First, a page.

Lewis Hamilton says the ongoing protests around the world speaking out against racism have brought up “painful memories” from his childhood.
In the last week, the six-time world champion has been vocal on social media, showing his support for equality in society and calling on other F1 paddock members to show their voice.
Taking to social media once again on Friday night, the Briton says the ongoing protests and videos online have reminded him of the difficulties he faced growing up.
“I’ve been reading every day to try to stay on top of everything that’s been happening in our fight against racism, and it’s brought back so many painful memories from my childhood,” he wrote.
“Vivid memories of the challenges I faced when I was a kid, as I’m sure many of you who have experienced racism or some sort of discrimination have faced.
“I have spoken so little about my personal experiences because I was taught to keep it in, don’t show weakness, kill them with love and beat them on the track.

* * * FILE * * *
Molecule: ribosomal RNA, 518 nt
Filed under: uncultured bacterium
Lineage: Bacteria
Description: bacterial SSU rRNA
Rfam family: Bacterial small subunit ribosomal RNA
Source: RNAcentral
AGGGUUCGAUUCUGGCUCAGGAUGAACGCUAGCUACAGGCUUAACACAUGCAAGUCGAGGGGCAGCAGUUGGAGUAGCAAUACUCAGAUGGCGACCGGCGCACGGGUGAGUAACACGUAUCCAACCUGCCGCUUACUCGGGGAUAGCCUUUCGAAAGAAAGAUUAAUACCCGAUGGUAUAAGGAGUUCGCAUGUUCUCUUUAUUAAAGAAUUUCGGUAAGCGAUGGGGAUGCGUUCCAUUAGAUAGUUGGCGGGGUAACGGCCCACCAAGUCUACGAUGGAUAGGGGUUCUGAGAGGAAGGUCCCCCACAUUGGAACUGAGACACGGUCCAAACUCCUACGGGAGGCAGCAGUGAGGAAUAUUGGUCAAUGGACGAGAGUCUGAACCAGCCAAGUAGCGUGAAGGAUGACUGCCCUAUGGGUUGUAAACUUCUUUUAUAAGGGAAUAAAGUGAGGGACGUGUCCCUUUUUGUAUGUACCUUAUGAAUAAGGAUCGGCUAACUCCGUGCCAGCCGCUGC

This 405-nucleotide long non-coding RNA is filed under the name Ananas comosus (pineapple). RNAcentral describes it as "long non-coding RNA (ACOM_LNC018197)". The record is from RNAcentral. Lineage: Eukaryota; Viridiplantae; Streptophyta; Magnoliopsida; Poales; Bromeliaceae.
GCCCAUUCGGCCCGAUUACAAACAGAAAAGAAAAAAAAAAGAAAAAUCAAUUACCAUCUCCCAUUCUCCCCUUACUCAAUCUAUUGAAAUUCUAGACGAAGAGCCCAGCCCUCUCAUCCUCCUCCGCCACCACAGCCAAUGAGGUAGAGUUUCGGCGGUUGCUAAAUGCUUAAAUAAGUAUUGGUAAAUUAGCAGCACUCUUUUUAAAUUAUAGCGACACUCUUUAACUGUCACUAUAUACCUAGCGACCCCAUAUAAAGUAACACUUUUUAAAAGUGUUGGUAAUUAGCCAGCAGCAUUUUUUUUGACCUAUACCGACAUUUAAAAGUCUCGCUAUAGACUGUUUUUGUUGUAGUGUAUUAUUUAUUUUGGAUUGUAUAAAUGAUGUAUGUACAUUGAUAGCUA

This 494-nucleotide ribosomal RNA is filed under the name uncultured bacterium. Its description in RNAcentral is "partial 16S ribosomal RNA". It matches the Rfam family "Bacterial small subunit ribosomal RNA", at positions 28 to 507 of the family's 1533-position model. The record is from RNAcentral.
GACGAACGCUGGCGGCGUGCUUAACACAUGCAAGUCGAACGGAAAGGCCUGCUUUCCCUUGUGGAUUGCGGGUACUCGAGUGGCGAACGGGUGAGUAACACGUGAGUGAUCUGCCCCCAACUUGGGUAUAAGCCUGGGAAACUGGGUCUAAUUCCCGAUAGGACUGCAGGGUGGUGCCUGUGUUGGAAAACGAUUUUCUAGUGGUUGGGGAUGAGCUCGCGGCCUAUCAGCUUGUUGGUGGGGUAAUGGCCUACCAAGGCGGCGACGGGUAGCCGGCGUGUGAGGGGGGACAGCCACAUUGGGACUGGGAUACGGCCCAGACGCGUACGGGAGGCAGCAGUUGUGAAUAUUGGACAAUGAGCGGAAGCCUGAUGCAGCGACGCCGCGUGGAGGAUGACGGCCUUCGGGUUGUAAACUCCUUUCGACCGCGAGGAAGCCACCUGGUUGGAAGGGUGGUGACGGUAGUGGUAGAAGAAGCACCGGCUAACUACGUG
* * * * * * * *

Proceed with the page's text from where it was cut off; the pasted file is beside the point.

“But when it was away from the track, I was bullied, beaten and the only way I could fight this was to learn to defend myself, so I went to karate. The negative psychological effects cannot be measured.”
Hamilton says that his motivation to drive and be successful goes “far deeper” than simply achieving success in a sport.
“This is why I drive the way I do, it is far deeper than just doing a sport, I’m still fighting. Thank God I had my father, a strong black figure who I could look up to, that I knew understood and would stand by my side no matter what.
“Not all of us have that but we need to stand together with those who may not have that hero to lean on and protect them. We must unite!”
The 36-year-old adds that he hopes 2020 will be the year that “systemic and social oppression of minorities within society” will see change and start to decline.
“I have wondered why 2020 seemed so doomed from the start but I’m starting to believe that 2020 may just be the most important year of our lives, where we can finally start to change the systemic and social oppression of minorities.
“We just want to live, have the same chances at education, at life and not have to fear walking down the street, or going to school, or walking into a store whatever it may be.
“We deserve this as much as anyone. Equality is paramount to our future, we cannot stop fighting this fight, I for one, will never give up!”
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